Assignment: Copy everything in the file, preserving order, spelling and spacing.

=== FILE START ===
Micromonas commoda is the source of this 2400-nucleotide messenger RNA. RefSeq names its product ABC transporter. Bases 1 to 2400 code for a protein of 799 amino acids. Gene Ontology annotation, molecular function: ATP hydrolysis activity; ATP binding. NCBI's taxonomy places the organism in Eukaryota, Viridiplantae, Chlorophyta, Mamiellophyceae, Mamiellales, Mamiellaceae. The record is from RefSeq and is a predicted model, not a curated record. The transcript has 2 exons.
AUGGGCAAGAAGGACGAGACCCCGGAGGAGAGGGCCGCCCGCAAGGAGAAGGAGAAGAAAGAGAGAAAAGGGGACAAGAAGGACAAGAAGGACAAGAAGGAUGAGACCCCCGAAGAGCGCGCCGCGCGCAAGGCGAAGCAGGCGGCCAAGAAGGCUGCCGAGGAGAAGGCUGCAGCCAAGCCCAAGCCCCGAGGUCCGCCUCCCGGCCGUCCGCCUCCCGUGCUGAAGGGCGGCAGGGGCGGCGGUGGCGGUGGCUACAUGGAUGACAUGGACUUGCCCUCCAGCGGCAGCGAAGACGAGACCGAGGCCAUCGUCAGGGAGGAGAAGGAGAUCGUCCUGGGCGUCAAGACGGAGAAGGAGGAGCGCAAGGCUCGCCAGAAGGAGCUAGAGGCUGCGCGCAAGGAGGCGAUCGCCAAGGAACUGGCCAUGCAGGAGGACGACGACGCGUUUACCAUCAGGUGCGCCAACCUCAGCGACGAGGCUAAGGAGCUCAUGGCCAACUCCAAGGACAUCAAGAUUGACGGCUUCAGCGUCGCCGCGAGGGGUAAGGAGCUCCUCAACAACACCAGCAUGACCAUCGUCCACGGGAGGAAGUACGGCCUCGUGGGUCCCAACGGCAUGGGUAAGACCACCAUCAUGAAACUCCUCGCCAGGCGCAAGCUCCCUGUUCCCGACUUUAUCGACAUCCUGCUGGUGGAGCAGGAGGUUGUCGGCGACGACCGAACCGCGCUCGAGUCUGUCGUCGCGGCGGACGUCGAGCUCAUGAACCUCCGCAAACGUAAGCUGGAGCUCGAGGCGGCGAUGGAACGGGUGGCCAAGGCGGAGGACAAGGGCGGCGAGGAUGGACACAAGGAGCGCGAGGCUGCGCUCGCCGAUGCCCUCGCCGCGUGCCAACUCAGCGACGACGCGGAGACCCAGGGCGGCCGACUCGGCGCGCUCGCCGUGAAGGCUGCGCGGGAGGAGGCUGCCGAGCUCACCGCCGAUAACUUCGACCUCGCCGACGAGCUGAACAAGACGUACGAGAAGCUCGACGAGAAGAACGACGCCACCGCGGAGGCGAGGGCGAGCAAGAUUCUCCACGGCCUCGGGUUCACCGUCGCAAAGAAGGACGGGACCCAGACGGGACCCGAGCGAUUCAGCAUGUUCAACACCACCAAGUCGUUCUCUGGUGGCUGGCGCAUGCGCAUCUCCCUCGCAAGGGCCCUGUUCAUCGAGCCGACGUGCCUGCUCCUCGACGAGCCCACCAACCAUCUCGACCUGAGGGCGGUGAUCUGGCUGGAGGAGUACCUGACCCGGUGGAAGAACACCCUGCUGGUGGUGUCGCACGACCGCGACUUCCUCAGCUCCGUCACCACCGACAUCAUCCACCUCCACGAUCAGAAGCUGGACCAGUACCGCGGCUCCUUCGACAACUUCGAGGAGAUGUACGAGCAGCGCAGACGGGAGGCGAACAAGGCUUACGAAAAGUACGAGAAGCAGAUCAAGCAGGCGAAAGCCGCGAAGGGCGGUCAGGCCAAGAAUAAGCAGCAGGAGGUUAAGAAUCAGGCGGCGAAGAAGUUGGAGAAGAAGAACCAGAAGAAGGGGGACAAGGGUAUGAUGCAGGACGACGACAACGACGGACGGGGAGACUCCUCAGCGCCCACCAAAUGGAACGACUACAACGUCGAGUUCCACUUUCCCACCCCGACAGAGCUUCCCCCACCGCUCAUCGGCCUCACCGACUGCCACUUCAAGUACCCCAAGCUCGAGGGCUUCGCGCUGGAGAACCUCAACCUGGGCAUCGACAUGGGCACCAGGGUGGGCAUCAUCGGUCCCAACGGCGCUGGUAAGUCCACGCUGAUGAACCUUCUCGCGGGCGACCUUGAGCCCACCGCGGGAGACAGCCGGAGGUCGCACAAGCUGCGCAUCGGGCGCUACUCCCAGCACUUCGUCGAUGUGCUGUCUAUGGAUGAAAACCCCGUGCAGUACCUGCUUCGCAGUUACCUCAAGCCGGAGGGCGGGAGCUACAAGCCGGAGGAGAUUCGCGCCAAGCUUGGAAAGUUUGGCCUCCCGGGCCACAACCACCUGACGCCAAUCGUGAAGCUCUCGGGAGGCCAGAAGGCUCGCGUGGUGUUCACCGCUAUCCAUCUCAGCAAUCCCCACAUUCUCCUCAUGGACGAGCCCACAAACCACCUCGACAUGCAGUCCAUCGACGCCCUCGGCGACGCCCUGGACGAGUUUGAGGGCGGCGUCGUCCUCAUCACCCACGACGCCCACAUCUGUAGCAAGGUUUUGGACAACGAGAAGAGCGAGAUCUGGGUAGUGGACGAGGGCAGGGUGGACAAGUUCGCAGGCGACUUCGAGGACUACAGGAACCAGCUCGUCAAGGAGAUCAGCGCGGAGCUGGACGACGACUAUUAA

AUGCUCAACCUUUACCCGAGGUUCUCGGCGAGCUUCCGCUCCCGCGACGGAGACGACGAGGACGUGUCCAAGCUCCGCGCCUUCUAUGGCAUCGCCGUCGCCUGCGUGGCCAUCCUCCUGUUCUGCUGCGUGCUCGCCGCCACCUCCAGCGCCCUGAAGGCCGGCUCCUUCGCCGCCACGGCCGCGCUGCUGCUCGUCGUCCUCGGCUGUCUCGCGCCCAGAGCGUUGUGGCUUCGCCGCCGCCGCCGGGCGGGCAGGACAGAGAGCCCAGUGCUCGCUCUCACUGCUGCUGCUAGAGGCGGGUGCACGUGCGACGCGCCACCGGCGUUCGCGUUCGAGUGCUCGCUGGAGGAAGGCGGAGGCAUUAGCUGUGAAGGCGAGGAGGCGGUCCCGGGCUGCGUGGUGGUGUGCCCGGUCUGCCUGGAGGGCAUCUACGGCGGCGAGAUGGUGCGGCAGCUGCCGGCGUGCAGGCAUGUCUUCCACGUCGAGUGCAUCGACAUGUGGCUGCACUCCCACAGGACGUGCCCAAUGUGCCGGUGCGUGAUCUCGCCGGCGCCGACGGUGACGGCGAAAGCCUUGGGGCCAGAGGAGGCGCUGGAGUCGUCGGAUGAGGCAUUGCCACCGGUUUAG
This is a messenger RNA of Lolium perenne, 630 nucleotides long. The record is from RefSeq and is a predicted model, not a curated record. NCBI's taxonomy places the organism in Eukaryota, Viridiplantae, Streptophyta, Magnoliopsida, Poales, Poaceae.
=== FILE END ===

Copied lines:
Micromonas commoda is the source of this 2400-nucleotide messenger RNA. RefSeq names its product ABC transporter. Bases 1 to 2400 code for a protein of 799 amino acids. Gene Ontology annotation, molecular function: ATP hydrolysis activity; ATP binding. NCBI's taxonomy places the organism in Eukaryota, Viridiplantae, Chlorophyta, Mamiellophyceae, Mamiellales, Mamiellaceae. The record is from RefSeq and is a predicted model, not a curated record. The transcript has 2 exons.
AUGGGCAAGAAGGACGAGACCCCGGAGGAGAGGGCCGCCCGCAAGGAGAAGGAGAAGAAAGAGAGAAAAGGGGACAAGAAGGACAAGAAGGACAAGAAGGAUGAGACCCCCGAAGAGCGCGCCGCGCGCAAGGCGAAGCAGGCGGCCAAGAAGGCUGCCGAGGAGAAGGCUGCAGCCAAGCCCAAGCCCCGAGGUCCGCCUCCCGGCCGUCCGCCUCCCGUGCUGAAGGGCGGCAGGGGCGGCGGUGGCGGUGGCUACAUGGAUGACAUGGACUUGCCCUCCAGCGGCAGCGAAGACGAGACCGAGGCCAUCGUCAGGGAGGAGAAGGAGAUCGUCCUGGGCGUCAAGACGGAGAAGGAGGAGCGCAAGGCUCGCCAGAAGGAGCUAGAGGCUGCGCGCAAGGAGGCGAUCGCCAAGGAACUGGCCAUGCAGGAGGACGACGACGCGUUUACCAUCAGGUGCGCCAACCUCAGCGACGAGGCUAAGGAGCUCAUGGCCAACUCCAAGGACAUCAAGAUUGACGGCUUCAGCGUCGCCGCGAGGGGUAAGGAGCUCCUCAACAACACCAGCAUGACCAUCGUCCACGGGAGGAAGUACGGCCUCGUGGGUCCCAACGGCAUGGGUAAGACCACCAUCAUGAAACUCCUCGCCAGGCGCAAGCUCCCUGUUCCCGACUUUAUCGACAUCCUGCUGGUGGAGCAGGAGGUUGUCGGCGACGACCGAACCGCGCUCGAGUCUGUCGUCGCGGCGGACGUCGAGCUCAUGAACCUCCGCAAACGUAAGCUGGAGCUCGAGGCGGCGAUGGAACGGGUGGCCAAGGCGGAGGACAAGGGCGGCGAGGAUGGACACAAGGAGCGCGAGGCUGCGCUCGCCGAUGCCCUCGCCGCGUGCCAACUCAGCGACGACGCGGAGACCCAGGGCGGCCGACUCGGCGCGCUCGCCGUGAAGGCUGCGCGGGAGGAGGCUGCCGAGCUCACCGCCGAUAACUUCGACCUCGCCGACGAGCUGAACAAGACGUACGAGAAGCUCGACGAGAAGAACGACGCCACCGCGGAGGCGAGGGCGAGCAAGAUUCUCCACGGCCUCGGGUUCACCGUCGCAAAGAAGGACGGGACCCAGACGGGACCCGAGCGAUUCAGCAUGUUCAACACCACCAAGUCGUUCUCUGGUGGCUGGCGCAUGCGCAUCUCCCUCGCAAGGGCCCUGUUCAUCGAGCCGACGUGCCUGCUCCUCGACGAGCCCACCAACCAUCUCGACCUGAGGGCGGUGAUCUGGCUGGAGGAGUACCUGACCCGGUGGAAGAACACCCUGCUGGUGGUGUCGCACGACCGCGACUUCCUCAGCUCCGUCACCACCGACAUCAUCCACCUCCACGAUCAGAAGCUGGACCAGUACCGCGGCUCCUUCGACAACUUCGAGGAGAUGUACGAGCAGCGCAGACGGGAGGCGAACAAGGCUUACGAAAAGUACGAGAAGCAGAUCAAGCAGGCGAAAGCCGCGAAGGGCGGUCAGGCCAAGAAUAAGCAGCAGGAGGUUAAGAAUCAGGCGGCGAAGAAGUUGGAGAAGAAGAACCAGAAGAAGGGGGACAAGGGUAUGAUGCAGGACGACGACAACGACGGACGGGGAGACUCCUCAGCGCCCACCAAAUGGAACGACUACAACGUCGAGUUCCACUUUCCCACCCCGACAGAGCUUCCCCCACCGCUCAUCGGCCUCACCGACUGCCACUUCAAGUACCCCAAGCUCGAGGGCUUCGCGCUGGAGAACCUCAACCUGGGCAUCGACAUGGGCACCAGGGUGGGCAUCAUCGGUCCCAACGGCGCUGGUAAGUCCACGCUGAUGAACCUUCUCGCGGGCGACCUUGAGCCCACCGCGGGAGACAGCCGGAGGUCGCACAAGCUGCGCAUCGGGCGCUACUCCCAGCACUUCGUCGAUGUGCUGUCUAUGGAUGAAAACCCCGUGCAGUACCUGCUUCGCAGUUACCUCAAGCCGGAGGGCGGGAGCUACAAGCCGGAGGAGAUUCGCGCCAAGCUUGGAAAGUUUGGCCUCCCGGGCCACAACCACCUGACGCCAAUCGUGAAGCUCUCGGGAGGCCAGAAGGCUCGCGUGGUGUUCACCGCUAUCCAUCUCAGCAAUCCCCACAUUCUCCUCAUGGACGAGCCCACAAACCACCUCGACAUGCAGUCCAUCGACGCCCUCGGCGACGCCCUGGACGAGUUUGAGGGCGGCGUCGUCCUCAUCACCCACGACGCCCACAUCUGUAGCAAGGUUUUGGACAACGAGAAGAGCGAGAUCUGGGUAGUGGACGAGGGCAGGGUGGACAAGUUCGCAGGCGACUUCGAGGACUACAGGAACCAGCUCGUCAAGGAGAUCAGCGCGGAGCUGGACGACGACUAUUAA

AUGCUCAACCUUUACCCGAGGUUCUCGGCGAGCUUCCGCUCCCGCGACGGAGACGACGAGGACGUGUCCAAGCUCCGCGCCUUCUAUGGCAUCGCCGUCGCCUGCGUGGCCAUCCUCCUGUUCUGCUGCGUGCUCGCCGCCACCUCCAGCGCCCUGAAGGCCGGCUCCUUCGCCGCCACGGCCGCGCUGCUGCUCGUCGUCCUCGGCUGUCUCGCGCCCAGAGCGUUGUGGCUUCGCCGCCGCCGCCGGGCGGGCAGGACAGAGAGCCCAGUGCUCGCUCUCACUGCUGCUGCUAGAGGCGGGUGCACGUGCGACGCGCCACCGGCGUUCGCGUUCGAGUGCUCGCUGGAGGAAGGCGGAGGCAUUAGCUGUGAAGGCGAGGAGGCGGUCCCGGGCUGCGUGGUGGUGUGCCCGGUCUGCCUGGAGGGCAUCUACGGCGGCGAGAUGGUGCGGCAGCUGCCGGCGUGCAGGCAUGUCUUCCACGUCGAGUGCAUCGACAUGUGGCUGCACUCCCACAGGACGUGCCCAAUGUGCCGGUGCGUGAUCUCGCCGGCGCCGACGGUGACGGCGAAAGCCUUGGGGCCAGAGGAGGCGCUGGAGUCGUCGGAUGAGGCAUUGCCACCGGUUUAG
This is a messenger RNA of Lolium perenne, 630 nucleotides long. The record is from RefSeq and is a predicted model, not a curated record. NCBI's taxonomy places the organism in Eukaryota, Viridiplantae, Streptophyta, Magnoliopsida, Poales, Poaceae.